Mortality associated with ophthalmic surgery. A 20-year experience at the Wilmer Institute

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In a 20-year retrospective study of deaths on an ophthalmic service, with an autopsy rate of 80% and data on the entire patient population for the period, it was possible to determine specific risk factors. An adjusted mortality of 0.10% for 47,000 procedures confirmed that death after ophthalmic surgery was much less common than after general surgery. Though the mortality per procedure among patients who had local and general anesthesia was nearly equal, the comparison was heavily dependent on patient selection. Death after general anesthesia was rare among young, healthy patients, but the rate increased with age. Local anesthesia seemed safer in older patients. Retinal detachment patients were at significantly greater risk than the general population, with gas anesthesia at an older age and prolonged bed rest probably contributing to higher mortality. Prophylactic measures might reduce this complication. Preoperative medical evaluation was of occasional value in identifying high-risk patients.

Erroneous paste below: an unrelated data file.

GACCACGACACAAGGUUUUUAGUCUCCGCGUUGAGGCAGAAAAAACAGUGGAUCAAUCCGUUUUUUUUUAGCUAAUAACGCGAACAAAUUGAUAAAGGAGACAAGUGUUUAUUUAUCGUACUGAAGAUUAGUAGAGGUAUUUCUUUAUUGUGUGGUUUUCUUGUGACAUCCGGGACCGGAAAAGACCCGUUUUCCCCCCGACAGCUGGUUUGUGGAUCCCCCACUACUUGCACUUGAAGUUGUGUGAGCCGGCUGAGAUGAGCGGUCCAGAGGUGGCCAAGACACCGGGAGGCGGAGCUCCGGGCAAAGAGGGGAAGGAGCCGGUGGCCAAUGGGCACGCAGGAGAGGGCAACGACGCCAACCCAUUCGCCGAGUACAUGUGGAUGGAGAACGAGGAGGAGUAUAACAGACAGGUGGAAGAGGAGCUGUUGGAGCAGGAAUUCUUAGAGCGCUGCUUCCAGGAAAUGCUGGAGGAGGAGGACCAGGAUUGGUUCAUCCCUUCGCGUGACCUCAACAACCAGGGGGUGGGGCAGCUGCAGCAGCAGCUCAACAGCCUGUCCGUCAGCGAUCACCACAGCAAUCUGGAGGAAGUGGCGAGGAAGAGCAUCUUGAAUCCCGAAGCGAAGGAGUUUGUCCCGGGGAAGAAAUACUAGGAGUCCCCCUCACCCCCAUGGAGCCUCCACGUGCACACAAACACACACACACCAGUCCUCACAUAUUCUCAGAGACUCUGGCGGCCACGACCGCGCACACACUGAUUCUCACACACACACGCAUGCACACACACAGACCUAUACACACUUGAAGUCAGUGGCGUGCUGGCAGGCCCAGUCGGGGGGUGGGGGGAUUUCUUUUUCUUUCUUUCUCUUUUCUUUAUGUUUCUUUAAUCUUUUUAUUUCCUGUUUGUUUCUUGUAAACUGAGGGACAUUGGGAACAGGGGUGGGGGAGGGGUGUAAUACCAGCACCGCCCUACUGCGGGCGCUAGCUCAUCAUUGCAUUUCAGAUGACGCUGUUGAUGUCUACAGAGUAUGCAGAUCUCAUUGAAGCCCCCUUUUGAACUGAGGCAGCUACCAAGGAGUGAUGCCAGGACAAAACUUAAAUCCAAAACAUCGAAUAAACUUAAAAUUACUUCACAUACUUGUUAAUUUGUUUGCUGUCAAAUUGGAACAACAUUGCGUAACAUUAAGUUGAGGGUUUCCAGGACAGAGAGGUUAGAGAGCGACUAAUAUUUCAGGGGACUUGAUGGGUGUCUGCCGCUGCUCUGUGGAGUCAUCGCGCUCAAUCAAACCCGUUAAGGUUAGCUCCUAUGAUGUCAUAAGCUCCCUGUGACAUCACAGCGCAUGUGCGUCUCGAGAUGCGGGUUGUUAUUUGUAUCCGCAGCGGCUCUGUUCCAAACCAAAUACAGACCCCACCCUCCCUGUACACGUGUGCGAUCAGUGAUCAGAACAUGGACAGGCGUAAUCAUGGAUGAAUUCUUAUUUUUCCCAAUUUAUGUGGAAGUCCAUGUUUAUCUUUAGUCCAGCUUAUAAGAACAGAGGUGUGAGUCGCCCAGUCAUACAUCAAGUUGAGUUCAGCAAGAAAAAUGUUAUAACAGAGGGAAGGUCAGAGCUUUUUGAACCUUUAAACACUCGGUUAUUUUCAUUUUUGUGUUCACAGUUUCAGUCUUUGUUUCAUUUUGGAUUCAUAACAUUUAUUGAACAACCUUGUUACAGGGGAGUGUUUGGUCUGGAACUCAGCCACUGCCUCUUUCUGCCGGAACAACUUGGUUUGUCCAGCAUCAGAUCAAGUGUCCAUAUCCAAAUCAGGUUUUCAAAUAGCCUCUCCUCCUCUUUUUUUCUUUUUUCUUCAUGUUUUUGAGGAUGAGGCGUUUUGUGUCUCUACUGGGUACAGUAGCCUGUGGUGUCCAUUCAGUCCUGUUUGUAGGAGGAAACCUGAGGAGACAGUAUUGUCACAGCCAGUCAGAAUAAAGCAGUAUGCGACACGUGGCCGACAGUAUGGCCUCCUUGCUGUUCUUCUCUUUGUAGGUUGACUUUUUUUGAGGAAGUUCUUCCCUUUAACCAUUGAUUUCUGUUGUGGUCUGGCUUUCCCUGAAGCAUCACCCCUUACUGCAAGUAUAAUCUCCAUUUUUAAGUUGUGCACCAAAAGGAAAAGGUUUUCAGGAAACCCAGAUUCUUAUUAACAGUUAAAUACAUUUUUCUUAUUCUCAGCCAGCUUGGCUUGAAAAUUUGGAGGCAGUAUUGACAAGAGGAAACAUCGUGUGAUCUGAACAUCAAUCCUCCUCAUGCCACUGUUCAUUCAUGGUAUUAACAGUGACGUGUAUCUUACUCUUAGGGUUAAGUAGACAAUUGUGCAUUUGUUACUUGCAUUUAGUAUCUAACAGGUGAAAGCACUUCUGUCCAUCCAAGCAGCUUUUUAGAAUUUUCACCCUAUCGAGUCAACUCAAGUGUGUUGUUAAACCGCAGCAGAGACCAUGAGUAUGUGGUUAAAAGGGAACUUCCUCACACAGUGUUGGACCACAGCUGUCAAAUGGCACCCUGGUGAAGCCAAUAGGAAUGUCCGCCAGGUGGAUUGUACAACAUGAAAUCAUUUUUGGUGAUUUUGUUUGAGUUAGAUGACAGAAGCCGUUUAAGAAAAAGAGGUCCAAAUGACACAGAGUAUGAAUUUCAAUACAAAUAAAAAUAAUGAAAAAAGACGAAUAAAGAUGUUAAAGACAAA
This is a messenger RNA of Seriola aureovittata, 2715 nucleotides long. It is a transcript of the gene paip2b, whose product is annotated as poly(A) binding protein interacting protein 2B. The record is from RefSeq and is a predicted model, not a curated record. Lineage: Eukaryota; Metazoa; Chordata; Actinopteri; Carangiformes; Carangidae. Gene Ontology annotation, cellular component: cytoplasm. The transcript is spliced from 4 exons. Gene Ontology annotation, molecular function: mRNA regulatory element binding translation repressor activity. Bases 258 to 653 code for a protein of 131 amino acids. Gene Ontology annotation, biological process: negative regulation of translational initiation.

Original languageEnglish (US)
Pages (from-to)517-524
Number of pages8
JournalAmerican journal of ophthalmology
Issue number4
StatePublished - Apr 1974

ASJC Scopus subject areas

  • Ophthalmology

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